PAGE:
One major subtext is race, since 90 percent of those locked up under New York's drugs laws are minorities, Sayegh said.
"There's no evidence anywhere to suggest that blacks and Latinos are the ones that are the predominant users or sellers of drugs that would justify the racial disparities in New York," he said. "This is the most pernicious aspect to us."
In "exceptional circumstances," judges could approve prejudgment diversion drug-abuse programs and dismiss charges, said Assemblyman Jeffrion Aubry, a Queens Democrat who chairs the Assembly Committee on Correction.
Lippman said the judiciary's experience "shows increasing judicial discretion and expanding opportunities for treatment works."
Senate Democrats said the initial cost for expanded drug treatment programs isn't yet known, but federal stimulus money is available for it, and over time the change should save money.
Republicans said the changes would protect drug dealers and release criminals into the community. They also argued they should not be included as part of the budget vote. They said the maneuver ties the hands of lawmakers, and also gives political cover to those who choose to go along with the wishes of Democratic leaders.
"There's only one purpose, that is to coddle the criminals," said Sen. Martin Golden, a Brooklyn Republican.
Robert Gangi, executive director of the Correctional Association of New York, described the proposed reforms as a breakthrough but said they would still leave some harsh provisions intact. He said there are about 12,000 drug offenders in state prison, and he said 35 to 45 percent would have been eligible for judicial diversion under the proposed reforms.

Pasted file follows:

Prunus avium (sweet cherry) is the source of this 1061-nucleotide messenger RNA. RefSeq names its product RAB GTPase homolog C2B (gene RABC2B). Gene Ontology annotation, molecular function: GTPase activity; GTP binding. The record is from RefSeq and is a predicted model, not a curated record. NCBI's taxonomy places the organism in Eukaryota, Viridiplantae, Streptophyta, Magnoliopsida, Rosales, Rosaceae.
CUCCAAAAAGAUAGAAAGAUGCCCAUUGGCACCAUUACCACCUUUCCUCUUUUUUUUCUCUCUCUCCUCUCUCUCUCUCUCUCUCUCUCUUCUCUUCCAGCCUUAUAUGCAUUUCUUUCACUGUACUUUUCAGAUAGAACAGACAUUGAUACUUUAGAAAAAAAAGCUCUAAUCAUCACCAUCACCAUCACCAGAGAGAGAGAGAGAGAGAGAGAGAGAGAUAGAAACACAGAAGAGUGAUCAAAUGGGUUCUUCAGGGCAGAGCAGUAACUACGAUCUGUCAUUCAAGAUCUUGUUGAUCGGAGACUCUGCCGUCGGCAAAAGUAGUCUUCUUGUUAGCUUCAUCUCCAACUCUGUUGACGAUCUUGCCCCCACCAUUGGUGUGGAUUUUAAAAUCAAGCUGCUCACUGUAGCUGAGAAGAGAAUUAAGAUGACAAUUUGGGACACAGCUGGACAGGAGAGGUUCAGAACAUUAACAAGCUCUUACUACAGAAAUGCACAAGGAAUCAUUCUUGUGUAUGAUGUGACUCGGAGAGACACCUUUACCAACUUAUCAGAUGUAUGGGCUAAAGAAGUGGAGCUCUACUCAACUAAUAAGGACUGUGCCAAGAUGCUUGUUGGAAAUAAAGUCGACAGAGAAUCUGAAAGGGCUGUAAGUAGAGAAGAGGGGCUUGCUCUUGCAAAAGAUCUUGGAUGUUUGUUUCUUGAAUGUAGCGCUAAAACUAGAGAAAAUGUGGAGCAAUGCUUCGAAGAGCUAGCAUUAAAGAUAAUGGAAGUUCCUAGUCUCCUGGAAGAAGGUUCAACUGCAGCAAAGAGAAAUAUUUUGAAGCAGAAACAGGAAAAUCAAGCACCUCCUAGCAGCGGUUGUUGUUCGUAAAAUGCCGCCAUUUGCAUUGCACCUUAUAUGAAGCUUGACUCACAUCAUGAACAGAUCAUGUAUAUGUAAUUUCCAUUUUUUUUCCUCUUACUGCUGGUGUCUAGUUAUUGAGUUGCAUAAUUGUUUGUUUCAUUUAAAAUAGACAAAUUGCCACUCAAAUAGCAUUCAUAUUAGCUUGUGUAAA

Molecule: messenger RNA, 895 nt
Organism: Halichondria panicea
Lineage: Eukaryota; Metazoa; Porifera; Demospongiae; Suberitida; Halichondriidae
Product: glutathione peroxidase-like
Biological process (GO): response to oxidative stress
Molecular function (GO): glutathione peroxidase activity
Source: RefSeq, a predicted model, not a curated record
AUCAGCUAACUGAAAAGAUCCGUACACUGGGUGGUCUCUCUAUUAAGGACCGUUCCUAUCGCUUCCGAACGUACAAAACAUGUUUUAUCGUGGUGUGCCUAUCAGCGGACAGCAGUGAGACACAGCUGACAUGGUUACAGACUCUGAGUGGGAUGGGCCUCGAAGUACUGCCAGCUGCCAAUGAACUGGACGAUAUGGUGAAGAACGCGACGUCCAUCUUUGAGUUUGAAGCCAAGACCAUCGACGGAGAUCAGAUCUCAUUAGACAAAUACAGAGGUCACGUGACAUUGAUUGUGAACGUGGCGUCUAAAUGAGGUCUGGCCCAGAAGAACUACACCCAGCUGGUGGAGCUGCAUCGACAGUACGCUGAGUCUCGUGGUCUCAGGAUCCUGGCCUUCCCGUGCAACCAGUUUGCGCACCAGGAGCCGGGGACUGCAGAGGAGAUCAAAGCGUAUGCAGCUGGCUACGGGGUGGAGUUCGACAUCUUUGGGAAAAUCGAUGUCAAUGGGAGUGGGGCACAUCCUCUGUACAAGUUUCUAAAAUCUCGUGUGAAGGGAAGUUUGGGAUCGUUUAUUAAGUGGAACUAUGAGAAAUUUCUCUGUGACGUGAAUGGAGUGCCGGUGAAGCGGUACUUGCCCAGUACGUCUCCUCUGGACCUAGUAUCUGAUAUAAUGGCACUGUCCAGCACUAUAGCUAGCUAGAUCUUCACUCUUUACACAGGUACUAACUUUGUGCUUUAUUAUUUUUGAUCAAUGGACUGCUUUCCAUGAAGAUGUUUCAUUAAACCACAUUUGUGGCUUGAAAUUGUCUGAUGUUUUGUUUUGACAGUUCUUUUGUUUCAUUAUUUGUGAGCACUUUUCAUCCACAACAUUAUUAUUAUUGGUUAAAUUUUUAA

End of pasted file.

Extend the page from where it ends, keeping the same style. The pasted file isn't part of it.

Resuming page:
"The Rockefeller drug laws, for better or worse, were the granddaddy for mandatory sentencing laws," said Gangi, whose nonprofit organization monitors prisons. "They initiated, in effect, the movement ... that swept the country in the '70s, '80s and '90s."
Other states have also been adjusting their drug laws but many still have stiff mandatory minimum drug sentences, he said.
The U.S. has about 2.3 million people in prison or jail, up from 1.5 million in 1994, according to the federal Bureau of Justice Statistics. In 1973, only about 300,000 people were locked up, Gangi said.
New York County District Attorney Robert M. Morgenthau said "there seems to be an emphasis on providing funds for treatment, and that is movement in right direction. But we have to look at these changes and make sure they protect the public, too."
Bridget Brennan, a New York City special narcotics prosecutor, said she is concerned about whether the changes "strike the proper balance between concern for the defendant and protection of the community."
"It seems to have a lot for the convicted defendant," she said. "It doesn't seem to have a lot for the community."
New York Police Commissioner Raymond Kelly said he also opposes the proposal. "It threatens to reverse the progress we have made in suppressing crime, especially now during a period of economic turmoil," he said.